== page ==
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    Police swoop in to nab suspect in parrot theft

    A homeless man is charged with dealing in stolen property, and the cockatoo is treated to its favorite meal.

    By LEANORA MINAI, Times Staff Writer
    © St. Petersburg Times
    published June 26, 2002

    ST. PETERSBURG -- The cell phone rousted Michael Fryer from his sleep at midnight.

    "I've got your bird," a man with a Southern drawl said.

    Fryer jumped up and peppered the stranger with questions. Where was B.J., his stolen pet cockatoo? Was the parrot hurt? How could Fryer get his bird back?

    After 20 minutes of haggling, Fryer agreed to meet the man at a Citgo gas station in St. Petersburg. Fryer would bring $100 in exchange for the bird.

    When the ordeal finally ended at 3 a.m. Tuesday, police had arrested and charged Tony Shortt, a 28-year-old homeless man, with dealing in stolen property: the white 11/2 pound cockatoo.

    Fryer, who raised B.J. from an egg, was relieved and impressed with the police sleuthing involved in the recovery. After Fryer pulled his black Lincoln Navigator into the dark gas station Tuesday, Shortt stepped out from a phone booth. In an instant, a half-dozen police cars swooped in.

    "It was just like on television," said Fryer, who makes gourmet sauces in Pinellas Park and runs Xanadu Yacht Charters in St. Petersburg.

    B.J., a 10-year-old bird worth $5,000, was featured on bottles of Fryer's gourmet sauce and learned to dance disco and spin around an index finger like an acrobat. He was snatched Sunday from Fryer's office at 3434 17th Ave. N.

    Shortt, who is being held in the Pinellas County Jail, told detectives that he did not steal B.J. He said he rescued the bird from kids who were beating it with a stick in a supermarket parking lot. Police don't buy that story.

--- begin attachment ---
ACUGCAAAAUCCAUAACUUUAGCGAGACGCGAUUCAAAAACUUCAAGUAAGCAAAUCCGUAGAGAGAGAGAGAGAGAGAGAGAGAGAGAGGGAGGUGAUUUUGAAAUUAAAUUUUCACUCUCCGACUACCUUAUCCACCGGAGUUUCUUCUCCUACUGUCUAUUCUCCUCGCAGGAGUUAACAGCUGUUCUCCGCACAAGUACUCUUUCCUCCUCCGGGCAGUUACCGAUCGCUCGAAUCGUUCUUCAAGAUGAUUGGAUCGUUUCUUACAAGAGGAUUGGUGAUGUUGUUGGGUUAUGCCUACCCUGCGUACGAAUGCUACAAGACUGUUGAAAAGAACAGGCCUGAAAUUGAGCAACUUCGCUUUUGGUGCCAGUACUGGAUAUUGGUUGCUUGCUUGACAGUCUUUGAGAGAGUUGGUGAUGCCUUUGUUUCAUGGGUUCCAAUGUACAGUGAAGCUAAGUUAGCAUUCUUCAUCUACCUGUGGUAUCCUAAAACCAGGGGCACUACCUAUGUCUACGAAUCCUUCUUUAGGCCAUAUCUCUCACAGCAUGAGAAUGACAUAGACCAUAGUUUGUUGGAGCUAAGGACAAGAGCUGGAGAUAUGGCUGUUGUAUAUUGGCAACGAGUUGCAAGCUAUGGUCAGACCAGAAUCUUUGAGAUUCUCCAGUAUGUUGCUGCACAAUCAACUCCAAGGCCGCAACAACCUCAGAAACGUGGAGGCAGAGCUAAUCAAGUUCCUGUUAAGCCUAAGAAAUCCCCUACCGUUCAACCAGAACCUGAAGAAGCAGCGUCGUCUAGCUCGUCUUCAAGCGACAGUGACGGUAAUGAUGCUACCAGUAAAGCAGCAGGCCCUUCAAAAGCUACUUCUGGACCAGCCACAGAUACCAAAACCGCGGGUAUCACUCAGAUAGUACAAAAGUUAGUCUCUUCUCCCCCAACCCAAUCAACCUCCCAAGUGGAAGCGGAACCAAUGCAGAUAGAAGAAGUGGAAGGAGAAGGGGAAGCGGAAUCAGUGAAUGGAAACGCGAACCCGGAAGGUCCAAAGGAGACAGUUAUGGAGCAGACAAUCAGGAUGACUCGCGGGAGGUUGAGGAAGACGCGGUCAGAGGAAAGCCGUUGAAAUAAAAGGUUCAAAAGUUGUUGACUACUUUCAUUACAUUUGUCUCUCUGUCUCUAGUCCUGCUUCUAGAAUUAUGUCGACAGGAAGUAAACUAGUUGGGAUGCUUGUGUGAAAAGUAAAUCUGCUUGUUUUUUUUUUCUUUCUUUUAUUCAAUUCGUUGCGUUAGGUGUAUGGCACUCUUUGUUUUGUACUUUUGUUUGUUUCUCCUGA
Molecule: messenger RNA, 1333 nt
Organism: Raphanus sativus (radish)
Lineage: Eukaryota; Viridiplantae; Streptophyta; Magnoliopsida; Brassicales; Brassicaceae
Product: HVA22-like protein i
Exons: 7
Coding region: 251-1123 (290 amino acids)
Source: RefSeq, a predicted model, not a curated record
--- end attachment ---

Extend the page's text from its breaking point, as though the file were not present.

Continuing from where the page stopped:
"There's no injuries to the bird," said St. Petersburg Detective Tim Brown. "That bird's in perfect health."

    Police say that after Shortt got B.J. on Sunday, he sold the parrot to a friend for $100. On Monday, Shortt noticed fliers around the neighborhood announcing a $5,000 reward. Police say Shortt panicked and called Fryer. He was willing to get the bird back from the friend if Fryer paid him $100.

    After Fryer got the call from Shortt, Fryer called police and met officers several blocks from the gas station. An undercover detective rode with Fryer to the gas station, where Shortt was arrested.

    After questioning, Shortt admitted to selling the bird to a friend and led police and Fryer to the bird, which never left a 1-mile radius of his home. B.J. hugged Fryer by resting his head on Fryer's chest.

    "Then he stood up real tall, and I said to him, 'Now, B.J., say thank-you to the police,"' Fryer said. "He opened up his wings and flapped them and bounced up and down in his happy mood."

    B.J. got his favorite treat Tuesday: a hamburger and french fries from McDonald's.

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